Mosque Attack Kills 21
A bomb blast during evening prayers yesterday at a mosque in the Khair Khana neighborhood of the Afghan capital city Kabul has left 21 people dead and injured another 33. Among the dead is a prominent Muslim cleric. The ruling Taliban has not assigned blame for the attack, nor has any group taken credit for it. Islamic State has increased the number of attacks in the country, and has exhibited patterns of attacking places of worship. The Taliban has pledged to bring peace to Afghanistan since regaining control of the country one year ago, however they face opposition from Islamic State and other armed groups within the country, as well as condemnation from the international community due to its human rights record.

This map depicts the location of the Khair Khana neighborhood in Afghanistan's capital Kabul, where an apparent suicide bombing at a mosque has killed 21 people. Click on the map to learn more.
Graphic Source: Barron's
Deadly Flood Season
On Thursday, Sudanese officials updated the death toll from seasonal floods to 77 people, with 14,500 homes destroyed. Sudan’s rainy season began in May and is projected to last until September. The provinces most affected include North Kordofan, Jazira, South Kordofan, South Darfur, and River Nile. More than 136,000 people have been affected by the floods in eastern Sudan and the Kordofan states, according to the U.N. Office for the Coordination of Humanitarian Affairs. Heavy rains are still in the forecast, with the death toll expected to increase. Last year, more than 80 people were killed and tens of thousands of homes were destroyed by flooding and heavy rain in Sudan.

This map depicts the number of people affected by floods in Sudan as of August 14. Click on the map to learn more.
Further Reading: ABC News, AP News, Barron's, US News
Graphic Source: OCHA
Dinosaur-era Meteor Crater Found
Scientists have recently discovered a meteor crater off the coast of Guinea dating back to the time of the famous Chicxulub meteor impact in Mexico. The Chicxulub event is assumed to be responsible for a series of events leading to the extinction of the dinosaurs. The new crater, named Nadir, is located roughly 250 miles (400 km) off the coast of Guinea, and is around 6.2 miles (10 km) wide, leading scientists to believe the meteor was around .3 miles (.5 km) wide at impact. The impact of such an object into the ocean would have been about a thousand times stronger than the Tongan volcanic eruption this past January, producing a seismic event equivalent to a 6.5 or 7 magnitude earthquake and a series of tsunamis. Given the rarity of major meteor strikes and the close dating to the same period, some scientists are questioning whether Nadir was a fragment of the larger meteor that struck Chicxulub.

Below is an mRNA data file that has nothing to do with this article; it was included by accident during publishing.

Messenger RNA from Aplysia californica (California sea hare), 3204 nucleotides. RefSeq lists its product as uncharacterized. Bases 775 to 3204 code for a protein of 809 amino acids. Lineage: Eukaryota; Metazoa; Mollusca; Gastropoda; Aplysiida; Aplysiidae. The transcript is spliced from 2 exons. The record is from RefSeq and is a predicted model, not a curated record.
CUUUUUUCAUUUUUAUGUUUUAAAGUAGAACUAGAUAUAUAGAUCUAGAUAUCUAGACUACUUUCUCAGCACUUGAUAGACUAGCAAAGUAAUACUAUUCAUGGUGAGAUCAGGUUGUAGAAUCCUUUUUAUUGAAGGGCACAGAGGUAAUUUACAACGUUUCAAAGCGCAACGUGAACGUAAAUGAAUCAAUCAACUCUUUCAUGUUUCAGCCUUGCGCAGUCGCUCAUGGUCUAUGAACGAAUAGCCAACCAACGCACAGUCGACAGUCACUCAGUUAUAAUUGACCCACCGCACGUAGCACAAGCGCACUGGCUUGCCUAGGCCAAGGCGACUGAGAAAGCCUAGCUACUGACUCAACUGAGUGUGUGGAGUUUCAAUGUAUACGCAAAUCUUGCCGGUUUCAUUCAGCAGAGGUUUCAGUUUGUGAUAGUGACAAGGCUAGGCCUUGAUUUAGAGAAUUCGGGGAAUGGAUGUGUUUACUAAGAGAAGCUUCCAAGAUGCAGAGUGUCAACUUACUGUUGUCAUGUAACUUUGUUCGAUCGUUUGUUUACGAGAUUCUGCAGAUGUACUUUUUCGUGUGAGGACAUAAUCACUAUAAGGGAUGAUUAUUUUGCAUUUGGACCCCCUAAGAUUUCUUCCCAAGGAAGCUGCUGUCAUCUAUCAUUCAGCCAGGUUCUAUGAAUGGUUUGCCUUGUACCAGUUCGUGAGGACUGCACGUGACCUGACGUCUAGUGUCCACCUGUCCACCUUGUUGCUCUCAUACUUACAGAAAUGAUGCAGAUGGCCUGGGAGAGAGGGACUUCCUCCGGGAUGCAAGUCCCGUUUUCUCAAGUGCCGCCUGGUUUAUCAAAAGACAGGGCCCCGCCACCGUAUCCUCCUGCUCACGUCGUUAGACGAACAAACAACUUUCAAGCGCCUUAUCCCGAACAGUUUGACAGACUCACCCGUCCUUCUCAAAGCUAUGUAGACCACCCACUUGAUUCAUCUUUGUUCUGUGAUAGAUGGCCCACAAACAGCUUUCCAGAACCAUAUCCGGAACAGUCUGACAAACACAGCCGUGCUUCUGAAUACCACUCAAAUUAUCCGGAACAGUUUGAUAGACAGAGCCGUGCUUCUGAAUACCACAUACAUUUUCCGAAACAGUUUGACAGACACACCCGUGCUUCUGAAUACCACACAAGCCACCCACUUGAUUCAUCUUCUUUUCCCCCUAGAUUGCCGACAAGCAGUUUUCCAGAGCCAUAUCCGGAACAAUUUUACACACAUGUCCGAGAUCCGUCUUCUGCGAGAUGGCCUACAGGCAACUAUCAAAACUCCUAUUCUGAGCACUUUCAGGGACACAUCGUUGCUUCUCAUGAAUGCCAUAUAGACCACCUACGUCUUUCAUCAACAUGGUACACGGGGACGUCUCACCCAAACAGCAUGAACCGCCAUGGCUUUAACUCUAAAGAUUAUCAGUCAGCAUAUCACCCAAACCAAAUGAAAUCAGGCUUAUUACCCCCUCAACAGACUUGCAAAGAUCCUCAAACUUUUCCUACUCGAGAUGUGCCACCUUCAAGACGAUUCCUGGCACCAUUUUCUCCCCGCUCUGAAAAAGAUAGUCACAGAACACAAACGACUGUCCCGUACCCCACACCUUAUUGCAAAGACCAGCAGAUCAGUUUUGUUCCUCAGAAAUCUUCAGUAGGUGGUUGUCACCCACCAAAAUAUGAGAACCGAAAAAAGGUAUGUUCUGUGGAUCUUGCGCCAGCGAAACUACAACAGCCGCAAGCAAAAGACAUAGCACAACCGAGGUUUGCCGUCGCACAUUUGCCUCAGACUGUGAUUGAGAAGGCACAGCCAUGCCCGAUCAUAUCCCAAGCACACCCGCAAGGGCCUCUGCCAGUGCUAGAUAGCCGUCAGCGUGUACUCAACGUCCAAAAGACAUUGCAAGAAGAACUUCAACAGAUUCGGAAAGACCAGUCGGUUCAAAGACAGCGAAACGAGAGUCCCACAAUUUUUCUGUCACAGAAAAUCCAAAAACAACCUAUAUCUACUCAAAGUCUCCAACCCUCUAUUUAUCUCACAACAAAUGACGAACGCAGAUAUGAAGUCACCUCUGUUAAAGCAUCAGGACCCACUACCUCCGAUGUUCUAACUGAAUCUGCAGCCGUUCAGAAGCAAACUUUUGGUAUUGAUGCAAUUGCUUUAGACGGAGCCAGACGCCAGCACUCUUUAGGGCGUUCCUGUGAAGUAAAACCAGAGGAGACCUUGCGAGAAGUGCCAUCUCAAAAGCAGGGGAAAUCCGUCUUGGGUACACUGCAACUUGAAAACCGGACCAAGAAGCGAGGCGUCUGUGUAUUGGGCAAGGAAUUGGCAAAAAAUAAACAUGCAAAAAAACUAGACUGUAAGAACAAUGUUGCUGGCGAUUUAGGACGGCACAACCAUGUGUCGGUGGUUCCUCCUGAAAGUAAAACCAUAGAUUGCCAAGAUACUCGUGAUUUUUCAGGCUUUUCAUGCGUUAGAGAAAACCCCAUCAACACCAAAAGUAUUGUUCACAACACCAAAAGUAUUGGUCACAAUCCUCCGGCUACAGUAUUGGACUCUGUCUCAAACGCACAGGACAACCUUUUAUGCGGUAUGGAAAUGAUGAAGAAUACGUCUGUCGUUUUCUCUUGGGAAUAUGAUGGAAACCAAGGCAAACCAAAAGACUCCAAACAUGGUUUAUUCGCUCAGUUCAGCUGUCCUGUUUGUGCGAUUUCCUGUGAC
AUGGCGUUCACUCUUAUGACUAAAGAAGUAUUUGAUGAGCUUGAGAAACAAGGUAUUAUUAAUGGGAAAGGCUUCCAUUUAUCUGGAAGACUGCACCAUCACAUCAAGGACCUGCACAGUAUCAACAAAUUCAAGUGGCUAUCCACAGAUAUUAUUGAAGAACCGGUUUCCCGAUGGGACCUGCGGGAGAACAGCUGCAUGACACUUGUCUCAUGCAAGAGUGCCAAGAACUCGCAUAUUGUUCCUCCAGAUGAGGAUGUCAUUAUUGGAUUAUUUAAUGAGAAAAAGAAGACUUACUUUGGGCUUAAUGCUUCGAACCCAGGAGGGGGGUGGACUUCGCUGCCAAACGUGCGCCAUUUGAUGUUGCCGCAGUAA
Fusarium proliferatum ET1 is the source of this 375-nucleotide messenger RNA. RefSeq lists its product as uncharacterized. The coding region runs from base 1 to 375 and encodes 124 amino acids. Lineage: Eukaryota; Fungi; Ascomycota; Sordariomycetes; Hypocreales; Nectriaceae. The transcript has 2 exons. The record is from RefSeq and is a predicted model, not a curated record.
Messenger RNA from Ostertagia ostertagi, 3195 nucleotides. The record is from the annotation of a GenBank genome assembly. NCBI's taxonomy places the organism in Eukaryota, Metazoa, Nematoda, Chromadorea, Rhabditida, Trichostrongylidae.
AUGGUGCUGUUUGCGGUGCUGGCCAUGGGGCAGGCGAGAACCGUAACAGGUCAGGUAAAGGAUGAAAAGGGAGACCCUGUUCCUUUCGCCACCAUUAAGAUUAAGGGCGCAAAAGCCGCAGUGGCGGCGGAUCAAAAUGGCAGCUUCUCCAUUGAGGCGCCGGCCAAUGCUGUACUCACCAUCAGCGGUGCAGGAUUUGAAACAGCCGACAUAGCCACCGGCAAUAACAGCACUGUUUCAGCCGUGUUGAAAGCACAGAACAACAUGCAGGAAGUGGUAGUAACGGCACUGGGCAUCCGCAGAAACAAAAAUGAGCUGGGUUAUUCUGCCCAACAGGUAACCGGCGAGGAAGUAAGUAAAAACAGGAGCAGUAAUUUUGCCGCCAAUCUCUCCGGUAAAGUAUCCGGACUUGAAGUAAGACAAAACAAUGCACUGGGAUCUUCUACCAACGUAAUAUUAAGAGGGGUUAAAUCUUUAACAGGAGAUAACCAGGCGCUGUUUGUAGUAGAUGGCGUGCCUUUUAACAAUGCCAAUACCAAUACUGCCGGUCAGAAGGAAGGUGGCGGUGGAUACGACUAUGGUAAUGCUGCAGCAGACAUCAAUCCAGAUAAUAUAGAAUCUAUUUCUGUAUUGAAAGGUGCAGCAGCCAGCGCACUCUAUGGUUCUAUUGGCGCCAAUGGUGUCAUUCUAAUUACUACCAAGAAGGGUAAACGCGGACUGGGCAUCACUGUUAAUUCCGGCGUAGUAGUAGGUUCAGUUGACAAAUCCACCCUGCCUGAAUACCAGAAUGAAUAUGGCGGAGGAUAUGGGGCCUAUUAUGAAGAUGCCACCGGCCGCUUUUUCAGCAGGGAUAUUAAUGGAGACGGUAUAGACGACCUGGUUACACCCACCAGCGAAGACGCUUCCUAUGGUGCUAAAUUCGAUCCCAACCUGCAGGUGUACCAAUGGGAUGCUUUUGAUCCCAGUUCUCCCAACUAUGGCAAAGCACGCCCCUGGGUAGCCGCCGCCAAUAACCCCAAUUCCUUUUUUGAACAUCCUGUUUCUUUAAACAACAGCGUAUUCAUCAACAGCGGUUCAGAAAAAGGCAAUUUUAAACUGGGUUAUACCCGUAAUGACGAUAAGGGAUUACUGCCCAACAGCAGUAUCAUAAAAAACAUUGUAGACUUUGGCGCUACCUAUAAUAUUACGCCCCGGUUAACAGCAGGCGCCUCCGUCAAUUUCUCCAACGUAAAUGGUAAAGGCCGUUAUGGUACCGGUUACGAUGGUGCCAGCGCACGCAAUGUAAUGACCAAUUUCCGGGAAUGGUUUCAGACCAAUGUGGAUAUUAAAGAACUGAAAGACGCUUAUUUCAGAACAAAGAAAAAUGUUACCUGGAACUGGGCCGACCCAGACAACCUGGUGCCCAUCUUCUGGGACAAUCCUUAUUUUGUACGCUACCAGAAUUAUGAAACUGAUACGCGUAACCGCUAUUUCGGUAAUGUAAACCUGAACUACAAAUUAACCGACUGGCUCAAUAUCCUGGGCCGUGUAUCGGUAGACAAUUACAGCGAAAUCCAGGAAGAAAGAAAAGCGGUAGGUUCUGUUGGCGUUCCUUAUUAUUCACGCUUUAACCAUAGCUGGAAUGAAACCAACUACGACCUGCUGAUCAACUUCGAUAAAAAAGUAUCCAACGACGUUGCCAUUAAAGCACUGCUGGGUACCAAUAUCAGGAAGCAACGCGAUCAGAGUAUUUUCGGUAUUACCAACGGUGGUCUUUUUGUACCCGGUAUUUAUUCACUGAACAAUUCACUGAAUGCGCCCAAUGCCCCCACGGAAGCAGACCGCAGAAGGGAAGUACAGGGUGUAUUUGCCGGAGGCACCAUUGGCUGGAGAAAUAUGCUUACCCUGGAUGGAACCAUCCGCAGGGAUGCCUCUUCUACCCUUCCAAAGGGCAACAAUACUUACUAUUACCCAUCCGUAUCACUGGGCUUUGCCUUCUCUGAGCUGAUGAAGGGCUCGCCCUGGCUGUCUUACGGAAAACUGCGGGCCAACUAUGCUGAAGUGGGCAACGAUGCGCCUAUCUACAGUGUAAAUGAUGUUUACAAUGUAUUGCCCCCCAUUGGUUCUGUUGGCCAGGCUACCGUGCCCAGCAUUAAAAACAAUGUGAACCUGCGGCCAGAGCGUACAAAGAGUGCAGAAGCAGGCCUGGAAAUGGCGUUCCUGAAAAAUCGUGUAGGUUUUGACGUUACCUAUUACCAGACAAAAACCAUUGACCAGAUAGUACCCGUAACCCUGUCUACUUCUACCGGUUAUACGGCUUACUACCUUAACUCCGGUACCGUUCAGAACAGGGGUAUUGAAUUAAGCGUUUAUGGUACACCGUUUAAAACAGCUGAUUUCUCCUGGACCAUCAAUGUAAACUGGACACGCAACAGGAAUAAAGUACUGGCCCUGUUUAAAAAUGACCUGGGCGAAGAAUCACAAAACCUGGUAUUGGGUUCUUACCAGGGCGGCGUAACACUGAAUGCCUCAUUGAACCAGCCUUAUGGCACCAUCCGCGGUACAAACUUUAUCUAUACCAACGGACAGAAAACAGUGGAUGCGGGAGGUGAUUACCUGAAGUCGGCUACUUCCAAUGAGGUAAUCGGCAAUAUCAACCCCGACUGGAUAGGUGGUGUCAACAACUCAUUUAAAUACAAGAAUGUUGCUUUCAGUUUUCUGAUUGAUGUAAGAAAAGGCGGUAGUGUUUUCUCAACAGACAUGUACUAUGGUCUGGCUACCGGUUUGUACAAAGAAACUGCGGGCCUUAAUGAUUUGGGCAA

This map depicts the location of the newly-discovered Nadir crater off the coast of west Africa. Analysis of the minerals and fossils around the crater date it to around the same time as the famous Chicxulub meteor strike in Mexico. Click on the map to learn more.
Graphic Source: Science Advances
Yesterday's Answer
Q: Which continent hosts the youngest population in the world? 

A: Africa
The African continent hosts the youngest populations in the world. Around 70% of the people are below the age of 30. In many nations across the continent, this could be partially attributed to the effects of colonialism and the civil wars that ensued after independence. However, the boom of youthful populations is also due to high fertility rates and declining child mortality rates. In Niger, the country with the largest youthful population, 56.9% of its population is under 18. Of the top 30 countries with the highest percentage of population under 18, all except one, Afghanistan, are within Africa, and 17 of those countries have more than 50% of their population under 18. While a youthful population provides opportunities to address sustainability and developmental challenges, the reality is that much of the youth are facing unemployment and a lack of access to jobs and resources. In contrast, much of the developed world have increasingly aging populations, leading to high healthcare costs and low skilled labor.

Today's Question
Q: Thanks to a series of about 50 small eruptions in early 2021, which volcano grew by about 100 feet in elevation? (Hint: It’s the highest and most active volcano in Europe!) 
Stay tuned for the answer to today's question in tomorrow's DailyGeo.

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